Clinical Risk Index for Babies (CRIB II) Scoring System in Prediction of Mortality in Premature Babies.

Clinical Risk Index for Babies scoring system (CRIB II) score is a recently developed tool to predict initial risk of mortality amongst low birth weight babies, the utility of which is scarce in many developing countries.
To assess the efficiency of CRIB II score as a tool to predict the risk for neonatal mortality among the LBW babies admitted to neonatal intensive care unit (NICU) at a tertiary care facility Kasr El-Aini paediatric hospital, Cairo, Egypt.
Prospective cohort study design where 113 neonates, admitted during the first 24 hours to the NICU of Kasr El-Aini Hospital, from November 2013 till May 2014 were included. On admission, history taking, neonatal examination, arterial blood gas analysis and variables of CRIB II score were done. Subjects were followed up from admission till discharge or death.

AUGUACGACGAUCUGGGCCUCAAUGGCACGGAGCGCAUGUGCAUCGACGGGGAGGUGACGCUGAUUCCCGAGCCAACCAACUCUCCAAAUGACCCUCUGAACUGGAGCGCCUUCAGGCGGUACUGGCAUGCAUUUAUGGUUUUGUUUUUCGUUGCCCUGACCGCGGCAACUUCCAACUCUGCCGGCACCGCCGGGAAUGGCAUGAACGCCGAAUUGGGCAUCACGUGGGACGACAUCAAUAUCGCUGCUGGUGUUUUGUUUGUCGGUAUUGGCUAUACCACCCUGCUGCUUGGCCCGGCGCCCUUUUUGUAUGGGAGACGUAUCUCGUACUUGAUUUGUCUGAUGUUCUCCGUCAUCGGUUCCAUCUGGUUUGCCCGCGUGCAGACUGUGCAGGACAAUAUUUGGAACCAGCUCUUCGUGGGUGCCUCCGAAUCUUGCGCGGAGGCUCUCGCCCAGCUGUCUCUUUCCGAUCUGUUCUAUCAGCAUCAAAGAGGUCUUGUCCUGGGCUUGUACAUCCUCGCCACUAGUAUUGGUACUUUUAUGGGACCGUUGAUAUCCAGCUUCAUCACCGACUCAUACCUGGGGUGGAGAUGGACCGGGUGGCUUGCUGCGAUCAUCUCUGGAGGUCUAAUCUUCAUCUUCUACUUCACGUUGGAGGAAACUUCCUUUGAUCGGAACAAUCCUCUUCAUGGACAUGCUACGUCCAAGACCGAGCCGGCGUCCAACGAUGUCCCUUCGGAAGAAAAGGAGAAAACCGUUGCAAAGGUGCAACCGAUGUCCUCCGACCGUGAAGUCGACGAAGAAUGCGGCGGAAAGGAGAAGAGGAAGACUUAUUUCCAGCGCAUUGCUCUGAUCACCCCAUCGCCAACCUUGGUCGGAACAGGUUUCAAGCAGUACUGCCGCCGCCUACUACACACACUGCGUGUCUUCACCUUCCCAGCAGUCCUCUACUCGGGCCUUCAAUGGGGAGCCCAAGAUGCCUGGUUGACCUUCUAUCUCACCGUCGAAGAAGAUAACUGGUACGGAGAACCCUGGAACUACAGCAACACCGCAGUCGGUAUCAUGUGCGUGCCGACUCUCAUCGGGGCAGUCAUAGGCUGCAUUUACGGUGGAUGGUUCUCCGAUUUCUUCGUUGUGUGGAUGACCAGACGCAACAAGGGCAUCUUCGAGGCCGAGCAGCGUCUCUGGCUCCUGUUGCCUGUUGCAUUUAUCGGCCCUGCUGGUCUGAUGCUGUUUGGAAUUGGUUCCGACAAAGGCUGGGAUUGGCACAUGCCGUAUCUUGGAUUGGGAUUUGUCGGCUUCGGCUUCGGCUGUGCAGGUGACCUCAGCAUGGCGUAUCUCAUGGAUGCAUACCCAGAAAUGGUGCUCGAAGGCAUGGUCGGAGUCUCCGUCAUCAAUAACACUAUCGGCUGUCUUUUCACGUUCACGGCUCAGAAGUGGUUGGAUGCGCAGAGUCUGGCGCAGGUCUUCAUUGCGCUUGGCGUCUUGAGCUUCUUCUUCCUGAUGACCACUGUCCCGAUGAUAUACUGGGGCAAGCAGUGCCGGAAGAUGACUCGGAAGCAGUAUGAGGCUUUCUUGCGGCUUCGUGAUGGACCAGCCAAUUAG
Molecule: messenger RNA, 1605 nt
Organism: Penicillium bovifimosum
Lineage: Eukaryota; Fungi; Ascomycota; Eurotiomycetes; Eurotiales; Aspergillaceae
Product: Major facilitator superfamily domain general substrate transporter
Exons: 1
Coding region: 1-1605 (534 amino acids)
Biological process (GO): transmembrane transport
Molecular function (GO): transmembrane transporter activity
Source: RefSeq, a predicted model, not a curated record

Male to female ratio was 1.1:1. Gestational age ranged from 25-32 weeks, the birth weight ranged from 700-1500 gm with mean of 1134.5 (± 202). CRIB II score ranged from 1-19 with a mean of 9.9 (± 4.0). The total mortality in the included cohort was 34.5% (31/113). Significant positive correlations were found between gestational age, birth weight, temperature, excess base, CRIB II score and the occurrence of mortality and with progressive increase in mortality with increasing CRIB II score (p=0.001). CRIB II score ≥ 11, gestational age ≤ 28 and birth weight ≤ 1100 were all found to be significantly associated with neonatal mortality. Area under ROC curve for CRIB II, gestational age and birth weight were found to be (0.968, 0.900 and 0.834) respectively. CRIB II score with cutoff point of ≥ 11 was the most sensitive (94.9%) with the predictive value (74.0%) and specificity (82.4%) compared to birth weight and gestational age. CRIB II score showed good calibration to predict neonatal mortality as demonstrated with Hosmer-lemeshow goodness of fit test (p= 0.952).
CRIB II score is a valid tool of initial risk assessment in LBW, predicting outcome more accurately than birth weight or gestational age alone. It is easily applicable and should replace the traditional models as predictor of neonatal outcome.
AuthorsZahraa Mohamed Ezz-Eldin, Tamer A Abdel Hamid, Meray Rene Labib Youssef, Hossam El-Din Nabil
JournalJournal of clinical and diagnostic research : JCDR (J Clin Diagn Res) Vol. 9 Issue 6 Pg. SC08-11 (Jun 2015) ISSN: 2249-782X [Print] India
PMID26266178 (Publication Type: Journal Article)

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